Shrinking The Skills Gap Tallahassee Chamber unites employers and educators

From 850 Business Magazine

Jobs are available, and Tallahassee has a workforce that includes many people looking for work. At times, however, the needs of employers and the capabilities of job seekers don’t sync up.

The Greater Tallahassee Chamber of Commerce is working to close that skills gap. It has committed to work with its member businesses and educational partners to create a pipeline of skilled workers with marketable, in-demand skills.

The Talent Pipeline Management (TPM) was developed to create a strategic alignment between classroom and career. Employers play an important up-front role, one that will pay dividends in years to come.

“We’re constantly talking to our members to determine what their greatest needs are and how we can best assist,” said Corrie Melton, vice president of membership and talent development for the Tallahassee Chamber. “And talent came up every time — it didn’t matter which industry they were in.”

Terrie Ard, president and chief operating officer at Moore, a marketing and communications firm, estimates that Florida businesses will need ı.5 million more skilled employees by 2030 to remain competitive. A company is only as good as the quality of its employees — as well as the ability to retain those workers. 

“Talent is the No. ı thing that keeps them up at night,” Ard said of prospective employers.

Melton estimates that 60 percent of future jobs will require training after high school, ranging from a certificate program to a four-year degree.

The TPM program is in the early stages in Tallahassee. But the seeds have been planted for what could be a successful initiative, focusing on these six points:

  1. Educating the community and employers on the program.
  2. Creating a collaborative group that organizes employers to identify the most promising opportunities around similar needs.
  3. Creating a communication strategy and establishing hiring requirements .
  4. Identifying where employers historically find their most qualified talent and the capacity of those sources as well as those sources that haven’t been tapped as frequently.
  5. Building and managing the performance of talent supply chains to deliver a positive return on investment.
  6. Using data from the supply chain to identify the most promising opportunities for a future return on investment.

The Tallahassee Chamber is using a plan from the playbook that chambers in more than 25 states have successfully used. What has worked in other states has been replicated but also adapted to local employer needs.

Among the economic sectors looking for specific skills are health care, information technology, software developers, business analysts, construction and customer service. Melton also underscored that even a new engineering firm will need more than just engineers, creating openings for someone in marketing and human resources.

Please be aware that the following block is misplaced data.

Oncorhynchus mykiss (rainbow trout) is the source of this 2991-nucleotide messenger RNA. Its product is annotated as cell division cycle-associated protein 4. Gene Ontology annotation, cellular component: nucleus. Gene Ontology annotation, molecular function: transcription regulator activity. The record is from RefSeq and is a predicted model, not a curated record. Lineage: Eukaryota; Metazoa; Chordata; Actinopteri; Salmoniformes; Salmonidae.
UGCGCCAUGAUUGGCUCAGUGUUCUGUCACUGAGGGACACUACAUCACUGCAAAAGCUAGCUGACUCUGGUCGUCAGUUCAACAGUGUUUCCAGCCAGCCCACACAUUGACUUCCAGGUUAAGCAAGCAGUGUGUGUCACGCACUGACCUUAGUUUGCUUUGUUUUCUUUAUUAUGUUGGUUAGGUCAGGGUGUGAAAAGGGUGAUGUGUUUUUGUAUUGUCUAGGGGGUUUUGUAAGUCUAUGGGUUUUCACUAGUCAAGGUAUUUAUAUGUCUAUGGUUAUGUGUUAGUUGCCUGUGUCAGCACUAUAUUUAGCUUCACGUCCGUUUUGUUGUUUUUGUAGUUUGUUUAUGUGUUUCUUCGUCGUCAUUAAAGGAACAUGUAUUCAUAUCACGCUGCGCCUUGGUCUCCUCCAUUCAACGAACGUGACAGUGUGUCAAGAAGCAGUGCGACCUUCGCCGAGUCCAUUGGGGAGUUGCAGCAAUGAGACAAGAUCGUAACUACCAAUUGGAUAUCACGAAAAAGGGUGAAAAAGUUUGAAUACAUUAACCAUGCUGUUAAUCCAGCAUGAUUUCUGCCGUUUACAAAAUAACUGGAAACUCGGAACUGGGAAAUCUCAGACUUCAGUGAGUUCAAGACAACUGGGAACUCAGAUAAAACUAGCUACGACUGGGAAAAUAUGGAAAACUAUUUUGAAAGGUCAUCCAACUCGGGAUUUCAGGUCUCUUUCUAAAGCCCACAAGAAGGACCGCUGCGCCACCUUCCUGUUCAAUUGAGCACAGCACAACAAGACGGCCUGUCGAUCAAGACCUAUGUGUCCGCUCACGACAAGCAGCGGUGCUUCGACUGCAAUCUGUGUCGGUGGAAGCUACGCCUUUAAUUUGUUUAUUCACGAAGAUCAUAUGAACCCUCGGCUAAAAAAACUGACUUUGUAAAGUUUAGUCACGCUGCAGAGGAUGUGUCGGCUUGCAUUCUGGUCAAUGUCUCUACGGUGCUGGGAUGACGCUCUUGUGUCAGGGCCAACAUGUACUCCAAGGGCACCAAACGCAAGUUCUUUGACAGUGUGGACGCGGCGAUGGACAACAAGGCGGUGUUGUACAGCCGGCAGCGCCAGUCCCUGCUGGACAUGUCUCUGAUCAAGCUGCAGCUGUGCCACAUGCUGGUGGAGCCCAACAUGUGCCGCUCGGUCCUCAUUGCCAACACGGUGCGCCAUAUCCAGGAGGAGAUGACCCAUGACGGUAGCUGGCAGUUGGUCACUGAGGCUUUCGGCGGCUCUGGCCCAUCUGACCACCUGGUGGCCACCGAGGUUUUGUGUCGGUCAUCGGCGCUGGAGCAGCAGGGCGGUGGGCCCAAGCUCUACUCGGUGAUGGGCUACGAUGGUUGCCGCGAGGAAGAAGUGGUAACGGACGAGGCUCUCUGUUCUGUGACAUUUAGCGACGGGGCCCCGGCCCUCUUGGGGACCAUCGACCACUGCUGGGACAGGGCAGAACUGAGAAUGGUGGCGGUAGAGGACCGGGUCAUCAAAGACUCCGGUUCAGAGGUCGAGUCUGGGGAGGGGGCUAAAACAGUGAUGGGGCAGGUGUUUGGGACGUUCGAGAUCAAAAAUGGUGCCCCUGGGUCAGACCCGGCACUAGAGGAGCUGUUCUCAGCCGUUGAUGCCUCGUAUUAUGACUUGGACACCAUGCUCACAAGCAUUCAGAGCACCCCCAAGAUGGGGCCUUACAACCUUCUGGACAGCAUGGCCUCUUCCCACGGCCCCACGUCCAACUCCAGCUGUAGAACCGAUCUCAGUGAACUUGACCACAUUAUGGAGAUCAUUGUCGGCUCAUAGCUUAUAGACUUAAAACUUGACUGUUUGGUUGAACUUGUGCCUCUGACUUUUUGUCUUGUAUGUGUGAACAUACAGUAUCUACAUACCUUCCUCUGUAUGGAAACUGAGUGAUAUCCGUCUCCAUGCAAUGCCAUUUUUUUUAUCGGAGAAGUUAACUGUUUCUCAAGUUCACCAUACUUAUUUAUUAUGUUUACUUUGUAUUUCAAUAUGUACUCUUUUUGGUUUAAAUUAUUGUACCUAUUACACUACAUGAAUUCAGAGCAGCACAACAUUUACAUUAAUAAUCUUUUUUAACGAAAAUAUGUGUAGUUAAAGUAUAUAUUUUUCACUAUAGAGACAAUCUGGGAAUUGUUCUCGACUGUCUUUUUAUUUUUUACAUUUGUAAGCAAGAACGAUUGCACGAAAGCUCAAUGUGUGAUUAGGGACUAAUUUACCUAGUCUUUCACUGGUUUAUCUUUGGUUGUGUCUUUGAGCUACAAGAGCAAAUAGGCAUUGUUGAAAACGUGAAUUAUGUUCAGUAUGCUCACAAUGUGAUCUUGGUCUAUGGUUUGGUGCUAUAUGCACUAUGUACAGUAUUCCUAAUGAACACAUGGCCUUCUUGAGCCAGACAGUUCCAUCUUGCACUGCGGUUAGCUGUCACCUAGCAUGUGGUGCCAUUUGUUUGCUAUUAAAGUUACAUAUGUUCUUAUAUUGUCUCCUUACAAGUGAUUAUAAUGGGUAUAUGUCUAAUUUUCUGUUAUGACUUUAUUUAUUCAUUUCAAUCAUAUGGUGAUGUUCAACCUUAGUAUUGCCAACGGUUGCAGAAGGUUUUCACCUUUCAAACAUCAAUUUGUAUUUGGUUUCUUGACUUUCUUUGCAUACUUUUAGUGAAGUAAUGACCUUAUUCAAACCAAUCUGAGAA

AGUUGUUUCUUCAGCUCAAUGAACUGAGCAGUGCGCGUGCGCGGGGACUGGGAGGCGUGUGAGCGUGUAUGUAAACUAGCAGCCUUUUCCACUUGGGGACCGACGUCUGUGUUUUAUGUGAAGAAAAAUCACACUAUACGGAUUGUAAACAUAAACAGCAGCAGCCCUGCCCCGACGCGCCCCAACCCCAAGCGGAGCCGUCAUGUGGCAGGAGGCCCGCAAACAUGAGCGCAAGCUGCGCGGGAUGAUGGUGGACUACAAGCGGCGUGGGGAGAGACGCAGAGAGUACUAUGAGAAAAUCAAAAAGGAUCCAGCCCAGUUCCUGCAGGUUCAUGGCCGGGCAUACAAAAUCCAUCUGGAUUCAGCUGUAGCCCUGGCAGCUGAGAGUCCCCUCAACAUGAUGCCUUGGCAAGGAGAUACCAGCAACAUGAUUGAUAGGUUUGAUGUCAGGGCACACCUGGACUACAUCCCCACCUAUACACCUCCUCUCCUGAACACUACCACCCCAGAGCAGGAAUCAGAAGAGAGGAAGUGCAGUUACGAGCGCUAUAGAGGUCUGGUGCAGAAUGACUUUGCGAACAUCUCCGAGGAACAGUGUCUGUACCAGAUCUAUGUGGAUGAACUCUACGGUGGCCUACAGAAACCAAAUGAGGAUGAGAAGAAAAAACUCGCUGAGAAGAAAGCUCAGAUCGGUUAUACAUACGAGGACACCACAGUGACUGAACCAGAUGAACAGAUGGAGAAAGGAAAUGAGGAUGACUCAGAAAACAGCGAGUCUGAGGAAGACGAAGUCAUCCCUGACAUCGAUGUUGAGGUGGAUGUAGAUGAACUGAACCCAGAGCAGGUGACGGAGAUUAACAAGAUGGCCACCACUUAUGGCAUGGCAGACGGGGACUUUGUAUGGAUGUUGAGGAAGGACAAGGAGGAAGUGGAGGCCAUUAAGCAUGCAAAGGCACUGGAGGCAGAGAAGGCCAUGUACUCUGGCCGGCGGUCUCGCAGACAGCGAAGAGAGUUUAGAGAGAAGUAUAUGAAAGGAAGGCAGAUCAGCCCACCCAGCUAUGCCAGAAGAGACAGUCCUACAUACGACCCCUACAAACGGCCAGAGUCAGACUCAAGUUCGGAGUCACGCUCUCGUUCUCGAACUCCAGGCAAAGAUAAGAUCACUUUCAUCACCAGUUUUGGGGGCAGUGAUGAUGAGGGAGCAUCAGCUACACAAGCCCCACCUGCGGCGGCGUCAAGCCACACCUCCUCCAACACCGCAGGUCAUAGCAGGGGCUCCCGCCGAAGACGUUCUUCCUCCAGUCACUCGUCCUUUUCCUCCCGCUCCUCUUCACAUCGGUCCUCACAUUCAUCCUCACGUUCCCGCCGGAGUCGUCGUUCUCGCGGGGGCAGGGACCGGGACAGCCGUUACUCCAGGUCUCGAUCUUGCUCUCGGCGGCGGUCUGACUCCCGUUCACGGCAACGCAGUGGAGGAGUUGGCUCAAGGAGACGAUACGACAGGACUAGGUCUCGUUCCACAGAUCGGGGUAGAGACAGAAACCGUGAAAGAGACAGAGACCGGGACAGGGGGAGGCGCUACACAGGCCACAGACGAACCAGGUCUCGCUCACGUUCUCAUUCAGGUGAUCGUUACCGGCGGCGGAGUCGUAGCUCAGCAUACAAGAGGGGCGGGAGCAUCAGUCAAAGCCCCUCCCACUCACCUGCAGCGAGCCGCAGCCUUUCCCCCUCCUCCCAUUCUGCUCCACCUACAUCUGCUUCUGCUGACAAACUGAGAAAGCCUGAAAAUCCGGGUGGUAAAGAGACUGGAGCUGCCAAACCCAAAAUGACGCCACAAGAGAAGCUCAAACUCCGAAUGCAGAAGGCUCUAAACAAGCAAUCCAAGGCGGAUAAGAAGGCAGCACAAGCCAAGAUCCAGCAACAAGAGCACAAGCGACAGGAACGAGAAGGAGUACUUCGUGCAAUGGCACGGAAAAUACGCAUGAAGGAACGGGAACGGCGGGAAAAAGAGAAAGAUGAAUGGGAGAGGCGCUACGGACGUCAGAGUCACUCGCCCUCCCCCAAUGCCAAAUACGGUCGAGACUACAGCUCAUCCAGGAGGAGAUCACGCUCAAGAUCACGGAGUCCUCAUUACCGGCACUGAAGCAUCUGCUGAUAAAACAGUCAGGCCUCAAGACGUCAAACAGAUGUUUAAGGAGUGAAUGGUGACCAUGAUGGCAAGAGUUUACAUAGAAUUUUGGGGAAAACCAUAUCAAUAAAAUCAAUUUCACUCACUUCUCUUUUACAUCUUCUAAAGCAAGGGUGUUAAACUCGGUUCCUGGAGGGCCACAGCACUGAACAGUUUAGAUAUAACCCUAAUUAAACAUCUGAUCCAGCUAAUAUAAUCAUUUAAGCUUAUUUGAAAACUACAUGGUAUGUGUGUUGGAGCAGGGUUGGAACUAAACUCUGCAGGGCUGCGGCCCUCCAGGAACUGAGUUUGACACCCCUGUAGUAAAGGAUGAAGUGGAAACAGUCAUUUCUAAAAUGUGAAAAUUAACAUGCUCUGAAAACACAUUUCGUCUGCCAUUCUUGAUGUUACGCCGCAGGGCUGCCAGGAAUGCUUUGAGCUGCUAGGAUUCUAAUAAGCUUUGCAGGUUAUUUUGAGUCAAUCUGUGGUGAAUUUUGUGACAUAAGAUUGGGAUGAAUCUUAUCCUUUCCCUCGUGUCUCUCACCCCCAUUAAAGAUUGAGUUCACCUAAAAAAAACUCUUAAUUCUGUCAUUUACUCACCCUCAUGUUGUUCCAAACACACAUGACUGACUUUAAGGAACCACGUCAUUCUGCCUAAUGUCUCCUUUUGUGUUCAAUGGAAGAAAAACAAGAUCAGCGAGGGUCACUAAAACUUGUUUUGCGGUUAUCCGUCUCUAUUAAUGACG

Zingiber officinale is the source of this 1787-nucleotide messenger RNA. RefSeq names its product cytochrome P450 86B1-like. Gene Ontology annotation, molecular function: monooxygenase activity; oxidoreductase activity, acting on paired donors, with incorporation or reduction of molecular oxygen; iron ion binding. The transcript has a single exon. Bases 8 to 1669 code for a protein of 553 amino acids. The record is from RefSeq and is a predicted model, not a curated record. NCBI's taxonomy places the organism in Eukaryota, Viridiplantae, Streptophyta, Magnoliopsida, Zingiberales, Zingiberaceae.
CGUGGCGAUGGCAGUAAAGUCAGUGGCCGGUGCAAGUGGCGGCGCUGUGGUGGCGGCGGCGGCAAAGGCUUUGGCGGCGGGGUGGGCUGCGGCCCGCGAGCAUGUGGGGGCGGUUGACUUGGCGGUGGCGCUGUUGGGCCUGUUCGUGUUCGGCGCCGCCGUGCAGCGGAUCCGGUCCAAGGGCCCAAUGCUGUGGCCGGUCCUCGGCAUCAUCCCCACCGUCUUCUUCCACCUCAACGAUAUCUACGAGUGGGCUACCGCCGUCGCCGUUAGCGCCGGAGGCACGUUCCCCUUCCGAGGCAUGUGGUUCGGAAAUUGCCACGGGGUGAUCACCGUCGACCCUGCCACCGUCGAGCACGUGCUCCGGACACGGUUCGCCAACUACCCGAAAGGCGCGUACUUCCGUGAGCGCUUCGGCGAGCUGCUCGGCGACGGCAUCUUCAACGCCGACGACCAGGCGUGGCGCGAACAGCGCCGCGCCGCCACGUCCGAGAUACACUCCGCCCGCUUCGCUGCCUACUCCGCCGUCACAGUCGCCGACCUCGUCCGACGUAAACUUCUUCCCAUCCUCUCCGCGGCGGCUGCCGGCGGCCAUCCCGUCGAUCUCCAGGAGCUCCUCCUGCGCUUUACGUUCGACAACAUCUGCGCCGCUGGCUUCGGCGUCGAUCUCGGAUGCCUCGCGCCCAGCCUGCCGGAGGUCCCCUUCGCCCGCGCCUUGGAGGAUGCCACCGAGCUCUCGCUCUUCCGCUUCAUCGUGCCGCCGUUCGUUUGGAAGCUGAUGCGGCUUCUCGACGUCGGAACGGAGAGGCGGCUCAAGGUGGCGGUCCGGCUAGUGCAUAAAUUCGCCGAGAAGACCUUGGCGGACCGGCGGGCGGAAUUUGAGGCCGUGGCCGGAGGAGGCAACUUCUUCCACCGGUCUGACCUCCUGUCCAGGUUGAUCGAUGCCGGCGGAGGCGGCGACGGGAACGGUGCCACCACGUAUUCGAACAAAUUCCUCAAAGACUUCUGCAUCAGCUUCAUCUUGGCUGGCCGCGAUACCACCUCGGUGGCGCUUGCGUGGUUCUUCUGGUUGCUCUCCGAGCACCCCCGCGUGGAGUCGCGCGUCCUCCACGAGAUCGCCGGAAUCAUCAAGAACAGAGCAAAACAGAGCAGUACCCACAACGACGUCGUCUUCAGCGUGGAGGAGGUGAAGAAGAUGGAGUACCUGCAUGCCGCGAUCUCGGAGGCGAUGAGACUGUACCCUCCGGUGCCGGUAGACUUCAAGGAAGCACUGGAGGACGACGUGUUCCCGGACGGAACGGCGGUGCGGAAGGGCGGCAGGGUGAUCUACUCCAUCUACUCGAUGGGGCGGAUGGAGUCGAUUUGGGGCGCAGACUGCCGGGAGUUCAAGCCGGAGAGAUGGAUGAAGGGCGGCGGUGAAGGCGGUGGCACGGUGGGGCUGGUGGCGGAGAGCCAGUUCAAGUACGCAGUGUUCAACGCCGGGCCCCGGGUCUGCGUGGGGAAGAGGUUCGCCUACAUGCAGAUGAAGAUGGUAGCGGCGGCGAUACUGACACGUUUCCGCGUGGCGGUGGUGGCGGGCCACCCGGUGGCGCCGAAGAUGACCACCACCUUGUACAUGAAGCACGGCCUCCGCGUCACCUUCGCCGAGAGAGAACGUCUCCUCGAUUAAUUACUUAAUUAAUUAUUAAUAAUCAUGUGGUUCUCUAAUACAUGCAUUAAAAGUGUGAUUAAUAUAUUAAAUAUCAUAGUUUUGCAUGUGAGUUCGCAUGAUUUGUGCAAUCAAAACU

And the response has been overwhelmingly positive. In just a short amount of time, more than ı25 businesses have built their profile and listed 722 job opportunities on

“This is the Tallahassee Chamber’s opportunity not only to address the short-term gaps and solutions but also be working toward what is the future and how can we get ahead of that curve of what’s going to be coming nine years down the road so that we can remain competitive here as a region,” Ard said.

The focus of the program extends from middle or high school students to people in their 50s. Perhaps someone is looking for a better paying job. Or a career change. Or maybe layoffs within an industry have created intense competition for fewer and fewer jobs.

That’s where TPM will partner with Leon County Schools, Tallahassee Community College, Lively Tech and others to fill the needs of employers.

“Businesses talking about the needs they have and working with education isn’t new,” Melton said. “That’s been going on. But this really gives it a very specific strategy.”

Part of the strategy is the buy-in between employers and educators, facilitated by the chamber.

“When we started thinking about talent in 2030 and what would be our goals and our initiatives, we pulled all of those entities together and really wanted to start the collaboration with sharing,” Ard said. “Each of you is doing tremendous work. But how much more powerful will it be if we all unify and we’re all rallied behind each other’s initiatives and messages?”

Soon, guidance counselors at Leon County high schools will be able to advise juniors and seniors on jobs that are directly related to coursework. Ard recalled a conversation with a friend whose son is at Lincoln High School and likes math, so she suggested to his mom that they look into a variety of career options from finance to accounting to data science.

“If they can’t see it, they can’t be it,” Melton said.